21. Paul

      I had a book voucher that needed spending and saw this book on the sale table of the book shop. I'm glad I got it; it has been a very enjoyable read.The author is obviously a well-read man, as he continually refers to and quotes obscure aspects of history and literature. He isn't afraid of "waxing poetical" when describing the scenery or people.For me the charm of the book is the very concept of a different form of travel - one that is unexpected but probably shouldn't be. Small sailboats are ob [...]

    22. Lee Belbin

      A remarkable story about a journey of a school teacher from Adelaide who in a mirror dingy managed a trip from north Wales through the canal systems to Bristol then via canals to London, to Dover and then across the Channel to Calais, then canals of France, Germany, Austria, Hungary, Romania, Slovakia, Bulgaria and Romania to the Black Sea: An amazing accomplishment told with humour and openness. His experiences of towns and hospitality are delightful but he is certainly lucky to have survived! [...]

    23. Ange

      Well I'm not quite finished yet, but am really enjoying Jack de Crow. It is longer and more detailed than I expected, given the copy I am reading had a note in it saying that it was a "light read". It might be a light read, but it certainly is a long one as well. I'm going to the UK later this year and now I can't wait to see some of the canals. Update: I've finished Jack de Crow, and found it highly enjoyable. The first half set in the UK is definitely more engaging, but still it was worth keep [...]

    24. Becky Boo

      A J Mackinnon has my total admiration for being a nutter, in a pith helmet, sailing a Mirror Dinghy to RomaniaAnyone who owns or has ever sailed a trusty Mirror, will be able to sympathise completely with the various pains of long-haul sailing and camping in what is effectively a plywood box!This book is written in a very natural style which is both absorbing and hilarious. I would say that the story loses momentum a little towards the end of the voyage but I enjoyed it all the same and that's a [...]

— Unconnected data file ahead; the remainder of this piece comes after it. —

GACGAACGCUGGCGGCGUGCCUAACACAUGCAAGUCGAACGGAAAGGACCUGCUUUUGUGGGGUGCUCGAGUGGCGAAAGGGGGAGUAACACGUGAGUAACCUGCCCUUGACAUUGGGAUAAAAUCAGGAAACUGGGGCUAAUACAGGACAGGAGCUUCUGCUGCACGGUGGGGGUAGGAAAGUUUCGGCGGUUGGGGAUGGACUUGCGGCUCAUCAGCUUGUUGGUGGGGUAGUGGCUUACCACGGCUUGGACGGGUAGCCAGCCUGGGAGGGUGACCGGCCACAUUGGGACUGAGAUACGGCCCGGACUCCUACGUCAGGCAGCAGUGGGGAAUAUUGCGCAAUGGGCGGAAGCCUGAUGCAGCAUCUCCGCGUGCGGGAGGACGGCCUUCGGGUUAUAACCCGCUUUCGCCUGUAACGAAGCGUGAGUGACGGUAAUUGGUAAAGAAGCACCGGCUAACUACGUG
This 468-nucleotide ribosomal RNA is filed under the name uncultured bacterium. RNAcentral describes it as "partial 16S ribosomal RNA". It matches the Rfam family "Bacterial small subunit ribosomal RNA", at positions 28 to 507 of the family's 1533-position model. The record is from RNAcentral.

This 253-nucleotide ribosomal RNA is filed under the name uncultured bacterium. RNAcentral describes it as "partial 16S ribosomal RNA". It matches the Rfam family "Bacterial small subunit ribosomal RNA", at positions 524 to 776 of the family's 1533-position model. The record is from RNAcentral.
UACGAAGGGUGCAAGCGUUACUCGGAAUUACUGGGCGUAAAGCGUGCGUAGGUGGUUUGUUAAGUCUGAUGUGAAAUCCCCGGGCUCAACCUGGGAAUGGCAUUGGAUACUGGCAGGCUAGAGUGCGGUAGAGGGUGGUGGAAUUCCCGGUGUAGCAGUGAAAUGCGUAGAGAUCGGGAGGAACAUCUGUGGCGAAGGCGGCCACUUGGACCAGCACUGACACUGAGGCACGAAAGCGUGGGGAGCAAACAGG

25. Gary Davis

      A fabulous adventure done by an quirky adventurer. This book made me want to set off in my dinghy and see the world. MacKinnon's unique point of view and his Flashmanesque luck makes for great reading. His constant literary references will appeal to the intellectual crowd, and his everyday tone makes for good reading for the rest of us. It is a must read for armchair adventurers, wanna be sailors and literary geeks. BZ!

    26. Julie

      If you enjoy stories of solo travel, told by a good-humored narrator who skillfully blends action with contemplation, you will have fun with Sandy Mackinnon on his unlikely voyage through England, across the English Channel, and on through Europe to the Black Sea in a dinghy. Mackinnon is excellent company, and even if he doesn't make you want to cast off on your own under-planned, under-funded adventure, he may inspire you to be kinder to the poor travelers you encounter.

    27. Deb

      I have marked this as read because there is no way to register that I have stopped and doubt whether I will finish. I enjoyed this adventure and did learn a lot about how a small boat works. Unfortunately the sailor didn't seem to. If he had all of those misadventures, and I only got halfway through, I congratulate him on surviving to tell the tale. Written with a self conscious whimsy.I do hope to get back to it.